I also made a Kale salad on my blog so it would be great if you could check it out – thanks 🙂
    http://addalittle.wordpress.com/2013/12/27/massaged-kale-salad/

    1. Hi Millie,
      Thank you so much for your kind words! I’m so glad you’ve stopped by and hope you come back often 🙂 Great blog

  13. […] love using kale greens in soups and stews because it’s such a hearty green that it doesn’t become mushy […]

  14. […] nuts // High in selenium to combat the large amounts of raw kale used in this smoothie. Brazil nuts are incredibly high in selenium, which supports iodine levels, […]

  15. How long does this salad last in the fridge??
    Love batch cooking…fun to plan

    1. Mine typically lasts 5-7 days max. before I eat it all! Just keep the dressing off of it until serving. Hope you enjoy:)

  16. […] adding this salad on top of another salad—crazy I know, take a couple handfuls of spinach, massaged kale, or even shredded cabbage and add this quinoa salad and stir. To make this side dish more of a […]

  17. […] love serving this succotash with a meal as a side dish, or putting a good amount on top of my Massaged Kale Salad recipe and turning it into a meal by simply adding more beans, hemp seeds, or another protein of […]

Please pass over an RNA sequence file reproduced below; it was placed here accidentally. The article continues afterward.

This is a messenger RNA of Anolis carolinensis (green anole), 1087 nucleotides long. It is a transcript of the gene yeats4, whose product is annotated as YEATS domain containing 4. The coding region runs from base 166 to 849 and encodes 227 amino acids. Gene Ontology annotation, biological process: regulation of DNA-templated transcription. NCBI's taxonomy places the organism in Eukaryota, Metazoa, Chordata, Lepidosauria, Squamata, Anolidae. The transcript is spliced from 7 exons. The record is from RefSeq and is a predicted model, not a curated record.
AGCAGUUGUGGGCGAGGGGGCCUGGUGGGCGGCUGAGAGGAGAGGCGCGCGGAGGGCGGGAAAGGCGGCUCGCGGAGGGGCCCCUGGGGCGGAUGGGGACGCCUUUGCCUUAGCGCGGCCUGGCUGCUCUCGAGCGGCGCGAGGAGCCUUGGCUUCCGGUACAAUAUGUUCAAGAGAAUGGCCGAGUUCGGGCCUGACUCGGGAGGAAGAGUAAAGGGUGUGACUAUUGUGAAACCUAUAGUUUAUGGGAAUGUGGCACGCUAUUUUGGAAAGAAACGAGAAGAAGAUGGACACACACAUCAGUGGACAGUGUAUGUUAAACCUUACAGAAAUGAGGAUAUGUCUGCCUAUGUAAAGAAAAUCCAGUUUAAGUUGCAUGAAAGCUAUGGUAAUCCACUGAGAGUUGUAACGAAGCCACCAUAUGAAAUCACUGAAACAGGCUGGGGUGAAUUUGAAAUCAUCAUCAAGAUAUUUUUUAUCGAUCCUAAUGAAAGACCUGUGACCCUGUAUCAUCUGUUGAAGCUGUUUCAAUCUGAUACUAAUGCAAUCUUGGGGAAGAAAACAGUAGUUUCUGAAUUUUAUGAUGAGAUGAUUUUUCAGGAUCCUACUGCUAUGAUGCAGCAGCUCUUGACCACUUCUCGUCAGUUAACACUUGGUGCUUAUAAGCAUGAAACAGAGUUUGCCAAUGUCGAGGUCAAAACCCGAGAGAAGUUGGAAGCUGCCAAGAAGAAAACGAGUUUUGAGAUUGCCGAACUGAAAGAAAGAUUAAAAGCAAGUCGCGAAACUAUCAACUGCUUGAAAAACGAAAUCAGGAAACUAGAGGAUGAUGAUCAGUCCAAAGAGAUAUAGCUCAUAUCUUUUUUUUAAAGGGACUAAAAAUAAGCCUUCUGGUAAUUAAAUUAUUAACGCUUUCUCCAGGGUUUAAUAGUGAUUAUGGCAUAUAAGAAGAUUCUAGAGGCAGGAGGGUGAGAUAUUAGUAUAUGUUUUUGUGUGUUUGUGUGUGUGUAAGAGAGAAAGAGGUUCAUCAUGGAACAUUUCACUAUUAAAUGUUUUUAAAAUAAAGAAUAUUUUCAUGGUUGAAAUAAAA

18. […] Massaged Kale Salad // in a jar! No excuse to not get in your greens. […]

  19. […] Slice thinly and top on a Massaged Kale Salad […]

  20. […] Sometimes Kale is a turn off because of it’s tough leaves. Don’t let that stop you!!! McKel Hill from Nutrition Stripped has a simple tactic to help soften the leaves in her Messaged Kale Salad. […]

  21. […] talked at length why I love kale in the original Massaged Kale Salad, so please take a peek at that post to fill yourself in on why kale is great to incorporate into […]

  22. […] Massaged Kale Salad: nutrient dense in a small volume, easy to pack […]

  23. […] a rarity when I don’t have a large container of Massaged Kale Salad batch made from the weekend and from my batch cooking day- so naturally I find myself creating […]